Locked in Love – India Today Insight News
The coronavirus and social distancing have put an end to all physical interactions. Virtual dating has become the accepted standard for most. Free downloadable apps from Google Play, the App Store, and web browsers help people find their other half during lockdown. With no bars or cafes open for a quick hangout, “slow dating” replaces insane slips on Tinder for a moment of quick gratification. Potential couples take the time to engage in extended conversations based on common interests – whether in music, the arts, literature, or work – to develop an emotional connection before calling it official. So, should we start believing in old-fashioned love again?
RULES OF COURT
Reaching out and chatting with complete strangers on online platforms like Tinder, QuackQuack, and OkCupid is currently like going to a bar and flirting. “Since virtual dating is the safest option right now, people are spending more time on dating apps and, in the process, rediscovering old-fashioned love and courtship,” he explains. he. Solene Paillet, Marketing Director of Gleeden, an extra-marital dating platform where the working age group is between 34 and 49 years old.
ALL PRIVATE THINGS
Individuals can sign up for these dating apps without revealing much about themselves and even filter out unwanted profiles, delete matches and, if necessary, switch to restricted mode. These apps can also block inappropriate content for a safe user experience and most women have found it easier to take the first step. Intimate images shared on chats on these platforms cannot be uploaded without user permission and all albums and conversations are encrypted. According to Tinder, the most popular dating app used by Gen Z in India, conversations during lockdown have increased by 39% and are 28% longer than before. The couples currently bond through daily chats, unusual quirks and flirty texts before switching to video calls in the absence of physical dates.
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“Lockdown has become an icebreaker for potential couples who now prefer to talk about their interests, likes and dislikes, each other’s lockdown experience and how they are doing,” he said. said Ravi Mittal, founder and CEO of QuackQuack, a dating app. for millennials. These apps also give users the ability to set up virtual dates similar to actual dates, with candles, mood lighting, and fine meals cooked in their respective homes and shared virtually.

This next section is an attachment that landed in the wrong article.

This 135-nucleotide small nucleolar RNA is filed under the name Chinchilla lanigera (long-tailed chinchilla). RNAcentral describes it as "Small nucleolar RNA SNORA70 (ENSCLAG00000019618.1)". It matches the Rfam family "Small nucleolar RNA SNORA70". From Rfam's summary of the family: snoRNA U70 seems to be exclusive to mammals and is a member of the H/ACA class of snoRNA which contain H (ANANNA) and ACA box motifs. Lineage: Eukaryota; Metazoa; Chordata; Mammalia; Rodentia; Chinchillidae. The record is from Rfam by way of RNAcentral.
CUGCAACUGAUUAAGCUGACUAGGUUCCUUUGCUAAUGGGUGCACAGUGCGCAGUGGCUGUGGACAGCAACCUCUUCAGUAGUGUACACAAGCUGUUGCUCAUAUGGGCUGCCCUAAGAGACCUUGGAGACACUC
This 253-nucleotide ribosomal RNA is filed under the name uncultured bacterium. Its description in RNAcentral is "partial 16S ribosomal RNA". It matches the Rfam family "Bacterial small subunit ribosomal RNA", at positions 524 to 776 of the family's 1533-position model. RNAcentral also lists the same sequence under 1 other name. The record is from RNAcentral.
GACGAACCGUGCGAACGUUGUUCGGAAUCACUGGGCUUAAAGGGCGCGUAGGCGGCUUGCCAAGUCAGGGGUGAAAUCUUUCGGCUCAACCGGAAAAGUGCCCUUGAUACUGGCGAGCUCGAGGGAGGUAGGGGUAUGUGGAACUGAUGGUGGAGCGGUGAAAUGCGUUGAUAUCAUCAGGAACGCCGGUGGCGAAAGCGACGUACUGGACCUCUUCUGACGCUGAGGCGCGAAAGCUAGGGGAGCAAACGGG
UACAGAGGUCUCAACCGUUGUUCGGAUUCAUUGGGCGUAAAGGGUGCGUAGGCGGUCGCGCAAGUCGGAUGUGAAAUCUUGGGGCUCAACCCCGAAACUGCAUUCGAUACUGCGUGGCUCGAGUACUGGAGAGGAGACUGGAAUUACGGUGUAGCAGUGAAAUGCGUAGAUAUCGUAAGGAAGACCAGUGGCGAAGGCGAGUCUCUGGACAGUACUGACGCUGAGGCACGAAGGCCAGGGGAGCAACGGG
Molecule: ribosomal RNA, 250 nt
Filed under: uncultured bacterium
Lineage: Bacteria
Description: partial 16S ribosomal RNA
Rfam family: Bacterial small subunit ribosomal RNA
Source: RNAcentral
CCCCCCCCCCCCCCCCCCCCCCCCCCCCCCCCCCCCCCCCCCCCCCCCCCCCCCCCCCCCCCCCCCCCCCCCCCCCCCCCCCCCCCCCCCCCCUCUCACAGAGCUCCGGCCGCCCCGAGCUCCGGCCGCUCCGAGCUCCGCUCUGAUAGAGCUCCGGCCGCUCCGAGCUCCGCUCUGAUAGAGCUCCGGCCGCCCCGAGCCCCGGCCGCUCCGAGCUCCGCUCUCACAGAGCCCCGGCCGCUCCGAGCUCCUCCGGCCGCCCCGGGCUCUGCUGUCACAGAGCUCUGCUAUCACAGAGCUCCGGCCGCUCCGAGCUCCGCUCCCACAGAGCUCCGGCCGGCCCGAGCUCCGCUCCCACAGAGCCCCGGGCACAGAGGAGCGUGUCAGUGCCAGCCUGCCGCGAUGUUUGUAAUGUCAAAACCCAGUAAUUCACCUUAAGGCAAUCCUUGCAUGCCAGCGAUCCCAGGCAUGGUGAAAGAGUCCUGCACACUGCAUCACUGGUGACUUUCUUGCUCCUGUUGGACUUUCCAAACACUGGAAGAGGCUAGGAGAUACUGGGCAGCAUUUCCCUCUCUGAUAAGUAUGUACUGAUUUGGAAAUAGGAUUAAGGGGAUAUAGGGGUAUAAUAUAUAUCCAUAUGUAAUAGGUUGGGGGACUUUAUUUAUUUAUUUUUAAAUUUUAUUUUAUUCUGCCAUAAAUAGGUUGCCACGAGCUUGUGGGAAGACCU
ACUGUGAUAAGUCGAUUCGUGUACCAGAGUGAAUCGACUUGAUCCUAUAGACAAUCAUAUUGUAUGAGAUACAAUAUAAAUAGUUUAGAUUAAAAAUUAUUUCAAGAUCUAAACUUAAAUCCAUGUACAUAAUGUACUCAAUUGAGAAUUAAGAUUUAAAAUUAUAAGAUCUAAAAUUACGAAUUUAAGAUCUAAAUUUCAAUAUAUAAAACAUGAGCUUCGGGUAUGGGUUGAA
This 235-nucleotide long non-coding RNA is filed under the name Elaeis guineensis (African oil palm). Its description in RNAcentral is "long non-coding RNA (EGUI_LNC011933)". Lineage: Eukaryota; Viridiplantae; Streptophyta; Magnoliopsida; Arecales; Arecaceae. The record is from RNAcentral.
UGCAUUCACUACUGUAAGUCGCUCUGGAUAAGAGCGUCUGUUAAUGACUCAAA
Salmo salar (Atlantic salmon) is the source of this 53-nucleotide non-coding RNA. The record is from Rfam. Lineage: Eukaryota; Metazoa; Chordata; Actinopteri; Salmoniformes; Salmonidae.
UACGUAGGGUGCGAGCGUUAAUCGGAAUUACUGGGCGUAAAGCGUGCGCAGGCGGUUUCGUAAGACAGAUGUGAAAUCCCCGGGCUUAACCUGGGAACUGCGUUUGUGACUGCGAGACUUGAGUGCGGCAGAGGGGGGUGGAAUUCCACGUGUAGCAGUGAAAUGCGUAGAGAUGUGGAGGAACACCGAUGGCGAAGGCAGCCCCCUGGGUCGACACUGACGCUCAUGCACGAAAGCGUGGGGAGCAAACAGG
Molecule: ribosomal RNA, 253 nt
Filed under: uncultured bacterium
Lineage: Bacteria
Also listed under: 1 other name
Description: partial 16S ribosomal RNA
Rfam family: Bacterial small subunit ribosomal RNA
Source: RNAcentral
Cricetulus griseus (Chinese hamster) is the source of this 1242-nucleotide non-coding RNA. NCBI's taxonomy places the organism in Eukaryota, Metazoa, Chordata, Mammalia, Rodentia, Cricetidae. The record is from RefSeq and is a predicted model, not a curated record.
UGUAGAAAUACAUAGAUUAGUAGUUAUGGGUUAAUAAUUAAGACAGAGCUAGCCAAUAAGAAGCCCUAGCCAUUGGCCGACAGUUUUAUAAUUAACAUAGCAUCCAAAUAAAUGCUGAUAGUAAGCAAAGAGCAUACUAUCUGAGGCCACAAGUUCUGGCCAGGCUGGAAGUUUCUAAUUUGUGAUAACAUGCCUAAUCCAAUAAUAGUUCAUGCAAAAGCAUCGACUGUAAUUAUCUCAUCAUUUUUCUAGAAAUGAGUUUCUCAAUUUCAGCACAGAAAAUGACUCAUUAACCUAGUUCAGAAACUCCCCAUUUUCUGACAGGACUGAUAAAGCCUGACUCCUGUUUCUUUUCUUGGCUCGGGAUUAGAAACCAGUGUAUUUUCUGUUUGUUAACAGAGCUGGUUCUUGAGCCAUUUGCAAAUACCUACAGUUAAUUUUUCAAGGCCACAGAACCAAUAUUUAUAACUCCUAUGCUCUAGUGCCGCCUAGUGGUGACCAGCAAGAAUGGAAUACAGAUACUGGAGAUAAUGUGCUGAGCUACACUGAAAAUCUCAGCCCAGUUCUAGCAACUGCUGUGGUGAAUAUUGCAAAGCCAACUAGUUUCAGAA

CONNECT AND USE
Couples who go into confinement separately find other methods to replicate real-time experiences by doing different activities online: binge-watching movies, working out, creating a playlist of their favorite songs, and getting dressed. to have a drink. Dating apps also offered a “party feature” that streams movies and music on demand. Sharing a laugh or two, creating a ’90s mixtape, courting and shopping online together are some of the things you can do to show your partner that you care. Ariel Charytan, CEO of online dating app OkCupid, said, “With restaurants, bars, gyms, offices and entertainment establishments around the world temporarily closed, it’s important to stay connected. “
TWO IN ONE
Online dating was also a relief for those who felt lonely during the lockdown. The new couples have adjusted their work-home schedules to have time for virtual dates before they can make it to their first physical date. According to a study conducted by OkCupid in March, 38% of Indian millennials agreed that they got to know their games better through virtual dating while 32% felt less pressure when dating online. A whopping 91 percent of Indian respondents said they would continue to go out virtually. For 41% of Millennial respondents, the ideal virtual date involves a meal and drinks, while 22% prefer to watch a movie or TV show together. Others like to keep it simple with video chats or online games.
As that’s all they can do during the lockdown, Indian millennials were clearly uniquely prepared to find love during the time of Covid, with the lockdown only being a minor incident in the process.
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